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I Am Deeply Concerned 01/23/2009

President Obama

President Obama campaigned on "change," but will it be a good change or a bad change?


I am thrilled that a person of color can be elected President of the United States of America. I have openly and boldly stood against racism and for the rights of all minorities for more than 45 years. When Dr. Martin Luther King, Jr. delivered his message with great oratorical skill and protesting racism through peaceful demonstrations, I stood for the same ideals.

I have pressed upon our leaders, from Ronald Reagan through George W. Bush, to involve minorities in leadership and reach out to those Americans in need. This election is, in part, a tribute to the greatness of our nation and the principles upon which it was founded. Race is no longer a barrier to the most influential positions in our nation.

Many Americans are excited about the possibility of strong, inspirational leadership. President Obama campaigned on issues that matter to the people and invoked a message of hope. He and I both want radical partisanship and mean-spirited politics to be replaced with open, honest dialogue. We both proclaim a sincere desire to truly solve serious problems. Perhaps the challenging issues we face today are as great as any in our nation's history. We have desperate needs and a unique opportunity to move in a positive direction.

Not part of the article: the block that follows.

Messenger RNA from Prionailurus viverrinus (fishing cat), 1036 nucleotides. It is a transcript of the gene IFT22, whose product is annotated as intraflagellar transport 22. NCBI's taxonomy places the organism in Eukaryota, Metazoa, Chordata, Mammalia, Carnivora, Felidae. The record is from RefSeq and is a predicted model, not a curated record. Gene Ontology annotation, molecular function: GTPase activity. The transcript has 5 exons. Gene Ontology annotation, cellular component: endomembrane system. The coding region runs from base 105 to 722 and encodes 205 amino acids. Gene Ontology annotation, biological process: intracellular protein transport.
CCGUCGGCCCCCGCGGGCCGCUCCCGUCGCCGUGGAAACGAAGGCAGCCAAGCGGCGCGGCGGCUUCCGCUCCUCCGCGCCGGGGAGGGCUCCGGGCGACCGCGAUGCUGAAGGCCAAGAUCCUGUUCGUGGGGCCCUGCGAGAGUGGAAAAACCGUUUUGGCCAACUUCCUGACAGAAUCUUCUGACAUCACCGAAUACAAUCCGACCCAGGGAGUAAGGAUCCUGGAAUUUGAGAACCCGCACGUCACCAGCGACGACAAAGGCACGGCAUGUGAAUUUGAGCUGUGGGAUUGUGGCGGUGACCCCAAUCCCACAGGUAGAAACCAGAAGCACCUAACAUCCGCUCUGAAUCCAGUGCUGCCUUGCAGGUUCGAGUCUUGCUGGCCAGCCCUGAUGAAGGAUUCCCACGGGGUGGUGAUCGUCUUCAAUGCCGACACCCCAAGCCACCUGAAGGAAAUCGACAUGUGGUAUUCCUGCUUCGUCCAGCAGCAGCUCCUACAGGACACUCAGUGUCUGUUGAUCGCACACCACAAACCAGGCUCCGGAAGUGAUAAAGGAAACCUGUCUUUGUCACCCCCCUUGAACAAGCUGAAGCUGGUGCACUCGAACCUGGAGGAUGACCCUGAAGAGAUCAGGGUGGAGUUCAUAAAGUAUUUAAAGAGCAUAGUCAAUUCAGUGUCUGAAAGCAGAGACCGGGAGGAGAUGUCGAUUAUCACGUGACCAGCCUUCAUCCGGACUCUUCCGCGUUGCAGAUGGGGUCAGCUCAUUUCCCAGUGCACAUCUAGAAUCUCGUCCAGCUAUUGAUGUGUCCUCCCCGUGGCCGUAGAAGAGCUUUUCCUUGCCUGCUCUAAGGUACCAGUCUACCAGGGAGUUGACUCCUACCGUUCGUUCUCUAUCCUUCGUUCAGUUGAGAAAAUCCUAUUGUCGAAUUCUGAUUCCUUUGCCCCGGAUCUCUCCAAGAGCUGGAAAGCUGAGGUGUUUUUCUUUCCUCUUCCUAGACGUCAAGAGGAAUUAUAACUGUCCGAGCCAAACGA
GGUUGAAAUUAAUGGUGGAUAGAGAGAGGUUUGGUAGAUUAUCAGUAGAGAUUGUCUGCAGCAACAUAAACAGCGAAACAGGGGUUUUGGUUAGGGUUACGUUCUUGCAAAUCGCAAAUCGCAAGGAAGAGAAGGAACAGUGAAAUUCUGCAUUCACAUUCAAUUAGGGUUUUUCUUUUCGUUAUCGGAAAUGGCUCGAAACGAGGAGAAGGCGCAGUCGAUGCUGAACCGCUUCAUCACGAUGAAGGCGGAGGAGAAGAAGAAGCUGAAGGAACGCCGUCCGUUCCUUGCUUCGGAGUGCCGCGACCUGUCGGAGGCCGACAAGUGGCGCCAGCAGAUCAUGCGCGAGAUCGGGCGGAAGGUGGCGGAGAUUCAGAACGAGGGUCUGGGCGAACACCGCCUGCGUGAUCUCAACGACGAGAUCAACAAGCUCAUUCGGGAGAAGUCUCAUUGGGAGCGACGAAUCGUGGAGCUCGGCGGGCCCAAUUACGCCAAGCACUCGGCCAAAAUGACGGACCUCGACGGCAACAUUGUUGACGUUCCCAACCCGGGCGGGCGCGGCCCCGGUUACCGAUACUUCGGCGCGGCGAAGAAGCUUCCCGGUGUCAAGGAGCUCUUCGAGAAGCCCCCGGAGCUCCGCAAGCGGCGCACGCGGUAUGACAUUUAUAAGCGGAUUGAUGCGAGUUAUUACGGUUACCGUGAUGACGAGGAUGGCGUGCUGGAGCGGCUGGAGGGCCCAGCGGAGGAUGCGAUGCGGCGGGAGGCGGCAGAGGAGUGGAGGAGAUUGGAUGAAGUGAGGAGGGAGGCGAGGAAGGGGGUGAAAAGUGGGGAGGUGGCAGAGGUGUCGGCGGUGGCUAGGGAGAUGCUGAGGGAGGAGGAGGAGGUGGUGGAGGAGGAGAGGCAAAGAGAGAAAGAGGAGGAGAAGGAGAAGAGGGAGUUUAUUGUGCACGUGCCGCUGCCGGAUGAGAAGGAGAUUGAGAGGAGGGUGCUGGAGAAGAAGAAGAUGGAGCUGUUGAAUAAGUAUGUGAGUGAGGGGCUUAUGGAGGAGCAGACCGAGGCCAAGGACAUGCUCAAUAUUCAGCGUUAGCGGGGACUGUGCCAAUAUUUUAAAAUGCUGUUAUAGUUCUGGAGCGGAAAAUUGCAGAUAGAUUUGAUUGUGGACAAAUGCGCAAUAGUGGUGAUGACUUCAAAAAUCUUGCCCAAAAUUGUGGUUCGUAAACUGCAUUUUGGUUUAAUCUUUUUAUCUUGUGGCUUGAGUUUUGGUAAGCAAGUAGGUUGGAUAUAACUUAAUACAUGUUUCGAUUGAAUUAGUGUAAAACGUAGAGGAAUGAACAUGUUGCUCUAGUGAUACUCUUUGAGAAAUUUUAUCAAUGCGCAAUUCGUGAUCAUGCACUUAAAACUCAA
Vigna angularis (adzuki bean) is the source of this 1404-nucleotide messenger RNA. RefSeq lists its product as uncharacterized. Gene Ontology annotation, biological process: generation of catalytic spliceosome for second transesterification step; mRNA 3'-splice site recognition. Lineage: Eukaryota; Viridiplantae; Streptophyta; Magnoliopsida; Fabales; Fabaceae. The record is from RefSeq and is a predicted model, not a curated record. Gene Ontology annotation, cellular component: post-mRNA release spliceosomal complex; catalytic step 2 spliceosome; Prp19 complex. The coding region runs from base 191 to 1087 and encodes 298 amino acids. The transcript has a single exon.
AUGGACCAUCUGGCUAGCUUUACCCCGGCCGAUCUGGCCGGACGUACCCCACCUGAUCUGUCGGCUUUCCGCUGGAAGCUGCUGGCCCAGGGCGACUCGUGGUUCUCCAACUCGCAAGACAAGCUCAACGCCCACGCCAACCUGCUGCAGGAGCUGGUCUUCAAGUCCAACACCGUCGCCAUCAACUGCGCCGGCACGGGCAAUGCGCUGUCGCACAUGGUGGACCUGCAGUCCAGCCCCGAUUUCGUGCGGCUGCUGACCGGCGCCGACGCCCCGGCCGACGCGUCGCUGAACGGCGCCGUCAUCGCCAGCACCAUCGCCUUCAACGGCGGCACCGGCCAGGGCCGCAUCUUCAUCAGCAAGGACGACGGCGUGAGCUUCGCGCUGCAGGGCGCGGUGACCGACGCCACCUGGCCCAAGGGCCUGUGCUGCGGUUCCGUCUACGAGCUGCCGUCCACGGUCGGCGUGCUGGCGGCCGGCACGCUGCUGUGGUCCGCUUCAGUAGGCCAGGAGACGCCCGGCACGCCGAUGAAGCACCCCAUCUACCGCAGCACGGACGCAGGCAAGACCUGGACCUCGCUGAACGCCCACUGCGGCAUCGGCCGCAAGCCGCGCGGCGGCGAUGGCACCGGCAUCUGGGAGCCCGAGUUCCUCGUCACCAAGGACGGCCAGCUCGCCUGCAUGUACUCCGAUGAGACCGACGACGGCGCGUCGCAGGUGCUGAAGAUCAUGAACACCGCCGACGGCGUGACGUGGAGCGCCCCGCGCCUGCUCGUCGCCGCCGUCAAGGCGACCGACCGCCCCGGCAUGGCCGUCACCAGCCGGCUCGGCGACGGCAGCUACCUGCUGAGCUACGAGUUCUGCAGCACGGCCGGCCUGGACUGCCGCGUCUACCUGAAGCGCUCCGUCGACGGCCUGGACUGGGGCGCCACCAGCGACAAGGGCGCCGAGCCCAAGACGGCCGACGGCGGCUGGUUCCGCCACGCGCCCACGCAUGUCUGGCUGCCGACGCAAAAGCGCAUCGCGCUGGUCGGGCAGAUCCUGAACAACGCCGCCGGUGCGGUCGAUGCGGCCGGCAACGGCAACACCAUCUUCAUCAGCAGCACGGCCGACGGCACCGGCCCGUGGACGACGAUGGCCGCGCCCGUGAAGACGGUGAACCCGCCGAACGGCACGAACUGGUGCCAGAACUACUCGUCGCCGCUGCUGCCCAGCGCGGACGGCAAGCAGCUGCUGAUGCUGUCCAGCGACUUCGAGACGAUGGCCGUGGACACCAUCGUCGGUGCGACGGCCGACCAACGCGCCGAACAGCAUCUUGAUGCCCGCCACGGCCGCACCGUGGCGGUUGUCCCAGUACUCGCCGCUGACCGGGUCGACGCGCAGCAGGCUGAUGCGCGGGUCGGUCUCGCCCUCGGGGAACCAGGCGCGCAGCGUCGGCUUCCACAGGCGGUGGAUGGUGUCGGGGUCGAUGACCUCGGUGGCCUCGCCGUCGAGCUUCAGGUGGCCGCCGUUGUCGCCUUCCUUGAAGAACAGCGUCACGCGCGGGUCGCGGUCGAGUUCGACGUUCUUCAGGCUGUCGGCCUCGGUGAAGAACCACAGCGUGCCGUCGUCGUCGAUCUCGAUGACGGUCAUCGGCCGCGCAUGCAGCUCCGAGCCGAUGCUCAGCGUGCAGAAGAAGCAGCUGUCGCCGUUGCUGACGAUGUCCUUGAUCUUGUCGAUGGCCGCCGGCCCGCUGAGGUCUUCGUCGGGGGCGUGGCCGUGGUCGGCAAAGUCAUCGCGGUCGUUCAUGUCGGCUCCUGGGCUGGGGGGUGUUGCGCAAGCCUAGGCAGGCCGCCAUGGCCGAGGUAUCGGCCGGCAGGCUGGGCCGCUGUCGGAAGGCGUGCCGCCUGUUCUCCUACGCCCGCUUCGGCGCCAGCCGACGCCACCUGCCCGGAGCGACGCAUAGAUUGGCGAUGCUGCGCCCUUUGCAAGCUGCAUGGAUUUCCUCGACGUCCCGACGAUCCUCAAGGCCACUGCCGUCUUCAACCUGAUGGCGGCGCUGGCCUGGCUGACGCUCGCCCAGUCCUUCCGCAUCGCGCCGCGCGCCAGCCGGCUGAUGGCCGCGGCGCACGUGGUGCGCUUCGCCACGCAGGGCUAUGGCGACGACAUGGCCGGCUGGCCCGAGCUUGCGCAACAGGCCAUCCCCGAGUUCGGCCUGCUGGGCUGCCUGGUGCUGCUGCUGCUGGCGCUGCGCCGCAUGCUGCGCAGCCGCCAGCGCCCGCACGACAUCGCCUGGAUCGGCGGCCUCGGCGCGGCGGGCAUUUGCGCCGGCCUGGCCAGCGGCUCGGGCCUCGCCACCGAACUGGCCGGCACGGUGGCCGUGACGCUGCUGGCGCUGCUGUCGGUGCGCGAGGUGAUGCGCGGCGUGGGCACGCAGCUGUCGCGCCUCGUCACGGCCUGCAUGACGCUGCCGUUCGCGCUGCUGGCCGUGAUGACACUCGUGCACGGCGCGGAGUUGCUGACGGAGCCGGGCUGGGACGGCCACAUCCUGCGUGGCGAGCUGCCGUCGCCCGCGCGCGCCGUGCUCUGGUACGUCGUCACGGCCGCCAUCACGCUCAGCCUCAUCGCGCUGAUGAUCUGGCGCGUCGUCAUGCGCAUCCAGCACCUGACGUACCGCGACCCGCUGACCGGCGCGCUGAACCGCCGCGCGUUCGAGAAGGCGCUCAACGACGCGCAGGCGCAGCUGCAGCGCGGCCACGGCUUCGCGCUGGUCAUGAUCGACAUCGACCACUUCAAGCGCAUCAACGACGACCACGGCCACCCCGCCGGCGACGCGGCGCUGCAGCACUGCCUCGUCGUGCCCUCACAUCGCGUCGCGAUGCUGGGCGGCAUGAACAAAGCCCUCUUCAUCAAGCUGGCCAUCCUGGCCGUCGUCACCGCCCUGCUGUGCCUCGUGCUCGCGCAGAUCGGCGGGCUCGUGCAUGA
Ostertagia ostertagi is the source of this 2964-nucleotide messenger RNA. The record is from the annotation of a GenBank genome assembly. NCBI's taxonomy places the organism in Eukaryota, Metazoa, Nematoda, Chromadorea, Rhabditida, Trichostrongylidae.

However, I am concerned that the deck may be stacked against any significant progress. While I am grateful that President Obama may be willing to listen to various views and seek the best solutions, I am not yet convinced that decisions will be made based upon sound principles.

Who will have the greatest influence on our nation's policies and appointed leaders? If it is House Speaker Nancy Pelosi, Senate Majority Leader Harry Reid, Senate Chairman of the Committee on Banking, Housing, and Urban Affairs Chris Dodd or Financial Services Committee Chairman Barney Frank, then I shudder. I know what they stand for. They are certainly in a place to shape our nation's future and this fact alarms me.

My first inclination is to fall on my face before Almighty God and pray for deliverance from such pompous, arrogant, socialistic and manipulative ideologues. Though I count President Bush as a friend, I strongly disagree with the direction he took in his last few months in office. If our country continues on the present course, or even dares to accelerate, we will see the nationalization of our banking system and other financial institutions. Massive sectors of private business will be totally under the control of a federal government that has never responsibly managed its finances. No group has ever abused money entrusted to their care as blatantly as so many of the representatives sent to Washington.

The possibility of the feds taking control of banks and business may sound extreme, but never doubt that there are many who want the majority to be controlled by and dependent upon the government. The very institution established to protect us from abuse can quickly become our greatest abuser.